Ireland’s mounting Brexit woes unlikely to convince EU to reopen deal
The hardened attitude from the EU is: Britain has received what it asked for
Freight lorries queueing at the check-in area for the Port of Dover in Kent, where Channel traffic has begin to build up following a quiet start to the year. Photograph: Gareth Fuller/PA Wire
Irish companies hoping that difficulties in trade with Britain could be eased by tweaks to the rules from Brussels may be in for a disappointment.
This week the Irish Freight Transport Association wrote to Taoiseach Micheál Martin to warn of disruption to supply chains, emptying supermarket shelves and jobs at risk unless the rules are at least temporarily relaxed.
But the view of officials is that companies must adjust their supply chains to reflect the new reality, and insist the private sector has long been urged to do so and offered support.
It’s expected that the effect of Britain’s departure will increasingly be apparent in the coming weeks as levels of trade ramp up following a seasonal slump.
There is a profound lack of appetite in the European Union for the deal to be reopened or tweaked, particularly only a fortnight into its implementation as the pandemic continues to rage.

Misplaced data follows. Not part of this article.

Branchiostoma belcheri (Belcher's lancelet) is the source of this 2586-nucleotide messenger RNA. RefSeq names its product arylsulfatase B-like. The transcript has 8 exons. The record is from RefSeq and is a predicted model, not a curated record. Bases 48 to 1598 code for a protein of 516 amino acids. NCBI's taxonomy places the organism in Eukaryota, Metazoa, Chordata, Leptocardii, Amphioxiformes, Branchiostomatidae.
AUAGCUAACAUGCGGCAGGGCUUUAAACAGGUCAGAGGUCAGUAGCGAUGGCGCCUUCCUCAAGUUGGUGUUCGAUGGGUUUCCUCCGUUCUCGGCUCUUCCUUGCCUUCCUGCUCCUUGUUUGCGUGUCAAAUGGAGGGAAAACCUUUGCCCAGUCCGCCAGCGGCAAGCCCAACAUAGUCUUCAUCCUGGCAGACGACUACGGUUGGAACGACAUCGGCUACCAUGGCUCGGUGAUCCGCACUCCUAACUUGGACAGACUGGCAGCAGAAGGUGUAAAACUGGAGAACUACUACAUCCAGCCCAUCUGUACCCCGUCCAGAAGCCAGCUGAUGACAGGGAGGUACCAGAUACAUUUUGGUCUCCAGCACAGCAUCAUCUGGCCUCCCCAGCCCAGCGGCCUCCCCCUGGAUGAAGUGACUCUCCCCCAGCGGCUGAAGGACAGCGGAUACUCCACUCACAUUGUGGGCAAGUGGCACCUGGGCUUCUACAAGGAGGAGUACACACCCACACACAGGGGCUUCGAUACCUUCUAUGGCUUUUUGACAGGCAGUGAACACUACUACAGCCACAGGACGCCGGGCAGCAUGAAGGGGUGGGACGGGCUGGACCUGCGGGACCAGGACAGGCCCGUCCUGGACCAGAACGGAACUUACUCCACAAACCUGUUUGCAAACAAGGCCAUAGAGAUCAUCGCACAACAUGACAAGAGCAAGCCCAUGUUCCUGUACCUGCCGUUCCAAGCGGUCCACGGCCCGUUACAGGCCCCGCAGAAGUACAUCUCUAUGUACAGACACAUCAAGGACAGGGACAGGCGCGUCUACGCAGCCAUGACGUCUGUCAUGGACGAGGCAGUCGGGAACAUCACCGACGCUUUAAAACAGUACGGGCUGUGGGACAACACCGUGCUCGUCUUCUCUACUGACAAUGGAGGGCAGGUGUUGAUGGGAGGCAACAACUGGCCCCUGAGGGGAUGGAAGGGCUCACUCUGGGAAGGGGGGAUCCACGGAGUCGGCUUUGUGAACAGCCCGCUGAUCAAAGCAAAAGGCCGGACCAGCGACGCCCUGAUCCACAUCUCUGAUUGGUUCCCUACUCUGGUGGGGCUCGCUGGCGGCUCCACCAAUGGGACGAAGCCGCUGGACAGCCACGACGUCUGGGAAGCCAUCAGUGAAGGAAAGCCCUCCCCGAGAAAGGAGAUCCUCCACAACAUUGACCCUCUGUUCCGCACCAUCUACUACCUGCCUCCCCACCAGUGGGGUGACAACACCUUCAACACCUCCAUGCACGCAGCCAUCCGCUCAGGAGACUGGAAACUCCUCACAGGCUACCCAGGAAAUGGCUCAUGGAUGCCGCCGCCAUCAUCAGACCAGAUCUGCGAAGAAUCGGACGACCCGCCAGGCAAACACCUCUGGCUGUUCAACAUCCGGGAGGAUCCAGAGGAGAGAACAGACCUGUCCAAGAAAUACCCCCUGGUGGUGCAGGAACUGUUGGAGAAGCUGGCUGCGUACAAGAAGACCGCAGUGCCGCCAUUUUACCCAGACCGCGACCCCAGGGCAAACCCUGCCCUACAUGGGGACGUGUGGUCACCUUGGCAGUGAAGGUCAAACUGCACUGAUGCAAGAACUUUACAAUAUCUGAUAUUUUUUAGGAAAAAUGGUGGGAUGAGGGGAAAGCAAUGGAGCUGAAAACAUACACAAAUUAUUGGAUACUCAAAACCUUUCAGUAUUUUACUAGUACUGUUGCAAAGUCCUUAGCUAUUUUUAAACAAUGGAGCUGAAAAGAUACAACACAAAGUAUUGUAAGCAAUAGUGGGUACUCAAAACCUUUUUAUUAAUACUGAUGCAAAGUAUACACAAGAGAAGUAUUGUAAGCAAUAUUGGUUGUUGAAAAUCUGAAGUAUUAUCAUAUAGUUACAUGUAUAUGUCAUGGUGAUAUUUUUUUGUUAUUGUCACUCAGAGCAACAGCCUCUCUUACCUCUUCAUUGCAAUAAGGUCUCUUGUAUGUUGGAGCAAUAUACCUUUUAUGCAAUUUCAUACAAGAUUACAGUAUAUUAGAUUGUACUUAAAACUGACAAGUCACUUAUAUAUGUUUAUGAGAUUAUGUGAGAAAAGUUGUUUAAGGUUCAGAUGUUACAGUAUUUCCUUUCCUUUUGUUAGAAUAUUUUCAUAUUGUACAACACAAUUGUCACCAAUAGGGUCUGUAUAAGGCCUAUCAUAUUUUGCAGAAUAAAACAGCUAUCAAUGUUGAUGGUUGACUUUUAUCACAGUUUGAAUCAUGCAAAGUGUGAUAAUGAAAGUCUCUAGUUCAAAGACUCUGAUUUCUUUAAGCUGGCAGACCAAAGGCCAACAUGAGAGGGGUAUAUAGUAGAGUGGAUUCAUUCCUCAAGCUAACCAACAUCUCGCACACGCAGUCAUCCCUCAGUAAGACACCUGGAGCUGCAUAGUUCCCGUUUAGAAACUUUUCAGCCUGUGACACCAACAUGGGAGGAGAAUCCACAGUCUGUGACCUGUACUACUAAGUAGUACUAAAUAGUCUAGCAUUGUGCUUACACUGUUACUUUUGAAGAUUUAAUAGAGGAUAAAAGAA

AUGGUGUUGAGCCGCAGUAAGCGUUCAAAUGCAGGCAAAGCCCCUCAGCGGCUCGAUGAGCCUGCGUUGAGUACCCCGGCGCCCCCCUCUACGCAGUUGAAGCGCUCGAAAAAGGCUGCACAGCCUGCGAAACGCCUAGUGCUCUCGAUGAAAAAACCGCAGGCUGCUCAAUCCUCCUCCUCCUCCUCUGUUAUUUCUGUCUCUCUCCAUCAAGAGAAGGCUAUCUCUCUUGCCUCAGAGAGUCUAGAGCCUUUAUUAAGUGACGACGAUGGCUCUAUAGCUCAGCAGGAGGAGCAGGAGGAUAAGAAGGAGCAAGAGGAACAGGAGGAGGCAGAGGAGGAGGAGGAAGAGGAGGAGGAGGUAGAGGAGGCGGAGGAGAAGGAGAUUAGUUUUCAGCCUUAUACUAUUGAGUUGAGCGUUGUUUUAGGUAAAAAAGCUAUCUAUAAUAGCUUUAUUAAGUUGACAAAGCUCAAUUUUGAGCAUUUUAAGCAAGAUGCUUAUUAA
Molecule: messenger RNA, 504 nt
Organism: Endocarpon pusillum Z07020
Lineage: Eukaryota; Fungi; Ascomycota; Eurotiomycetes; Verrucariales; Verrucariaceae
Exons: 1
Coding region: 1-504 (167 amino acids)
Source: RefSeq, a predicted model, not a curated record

The attitude from the EU is: Britain has received what it asked for.
The trade friction now being seen, which all but rules out Britain’s future as a distribution hub for the Irish market, is the consequence of its policy position of leaving the single market and customs union, set down years ago by Theresa May as prime minister.
Britain was offered a way to avoid onerous checks on animal and food products if it aligned with the EU. London declined, explaining that the point of Brexit was to diverge.
In other words, what is happening is a result of Britain’s choices. This includes the strict rules of origin that are impeding EU goods destined for Ireland if they come via a British distribution hub.
The point was made by the EU’s chief negotiator, Michel Barnier, this week amid domestic uproar in Britain that touring musicians and entertainers would need visas to perform in EU member states, a bureaucratic headache that makes it difficult to go on tour.
The British press reported that the government had turned down an EU offer to exempt performers from the requirements, drawing the ire of Radiohead’s Thom Yorke.
“Wow,” he tweeted. “Spineless f***s.”
Speaking to journalists, Barnier appeared to confirm the report.
“A lot of the consequences of Brexit, which are numerous and serious, have been underestimated and often badly explained,” Barnier said.
“We had proposed rather ambitious measures in regards to mobility for journalists, artists, musicians and others,” he said. “[But] we must be two to conclude an agreement.”
The British government has insisted it was Brussels that thwarted an accord. Yet throughout the talks, it was Brussels that sought a closer relationship, and London that insisted on the deepest break.
There may be more cold showers to come. UK professional qualifications will no longer be recognised in the EU, something only possible now through case-by-case negotiations with member states – a big blow to some of the UK’s mighty service industries, such as in law or architecture, that many may not have woken up to yet.
In the words of a Dutch customs official as he seized sandwiches from a British driver at the Hook of Holland ferry terminal this week: “Welcome to the Brexit, sir.”